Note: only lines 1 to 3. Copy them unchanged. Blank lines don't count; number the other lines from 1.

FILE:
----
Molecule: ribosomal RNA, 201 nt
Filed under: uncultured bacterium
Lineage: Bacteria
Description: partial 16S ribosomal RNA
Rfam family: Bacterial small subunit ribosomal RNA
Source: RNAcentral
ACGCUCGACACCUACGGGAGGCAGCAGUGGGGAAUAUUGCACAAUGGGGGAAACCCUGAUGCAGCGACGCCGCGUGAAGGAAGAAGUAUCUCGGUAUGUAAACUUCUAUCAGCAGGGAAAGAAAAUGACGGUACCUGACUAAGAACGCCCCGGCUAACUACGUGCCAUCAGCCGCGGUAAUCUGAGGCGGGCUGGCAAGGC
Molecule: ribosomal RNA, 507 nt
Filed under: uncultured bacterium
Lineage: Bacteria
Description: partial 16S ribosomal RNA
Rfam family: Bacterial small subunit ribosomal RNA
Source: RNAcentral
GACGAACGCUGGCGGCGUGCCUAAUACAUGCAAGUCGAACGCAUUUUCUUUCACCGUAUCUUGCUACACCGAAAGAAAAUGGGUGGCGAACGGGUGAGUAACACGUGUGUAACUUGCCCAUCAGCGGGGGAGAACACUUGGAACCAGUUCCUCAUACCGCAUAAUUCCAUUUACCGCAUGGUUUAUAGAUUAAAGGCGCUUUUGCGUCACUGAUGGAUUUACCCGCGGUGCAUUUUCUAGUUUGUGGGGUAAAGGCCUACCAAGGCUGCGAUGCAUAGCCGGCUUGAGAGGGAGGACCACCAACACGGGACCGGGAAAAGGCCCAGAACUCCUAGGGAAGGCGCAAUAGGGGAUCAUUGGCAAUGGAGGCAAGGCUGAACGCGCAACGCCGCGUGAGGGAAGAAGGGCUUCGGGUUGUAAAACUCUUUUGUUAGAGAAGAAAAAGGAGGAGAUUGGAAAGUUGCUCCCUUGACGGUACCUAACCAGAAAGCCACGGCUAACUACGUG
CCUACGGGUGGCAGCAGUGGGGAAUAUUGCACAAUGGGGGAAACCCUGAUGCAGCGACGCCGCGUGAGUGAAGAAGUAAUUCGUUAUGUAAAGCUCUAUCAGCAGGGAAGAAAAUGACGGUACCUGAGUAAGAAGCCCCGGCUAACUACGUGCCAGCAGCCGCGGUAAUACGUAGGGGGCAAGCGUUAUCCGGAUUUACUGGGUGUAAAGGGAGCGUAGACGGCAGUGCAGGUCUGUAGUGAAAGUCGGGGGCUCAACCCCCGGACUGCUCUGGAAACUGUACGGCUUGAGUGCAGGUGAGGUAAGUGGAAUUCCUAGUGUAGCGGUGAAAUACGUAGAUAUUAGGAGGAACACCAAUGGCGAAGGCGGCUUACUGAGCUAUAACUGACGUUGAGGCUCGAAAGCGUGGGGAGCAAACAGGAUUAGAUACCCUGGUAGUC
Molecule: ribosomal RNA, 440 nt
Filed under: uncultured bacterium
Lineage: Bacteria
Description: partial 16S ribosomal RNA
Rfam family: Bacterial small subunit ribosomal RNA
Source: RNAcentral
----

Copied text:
Molecule: ribosomal RNA, 201 nt
Filed under: uncultured bacterium
Lineage: Bacteria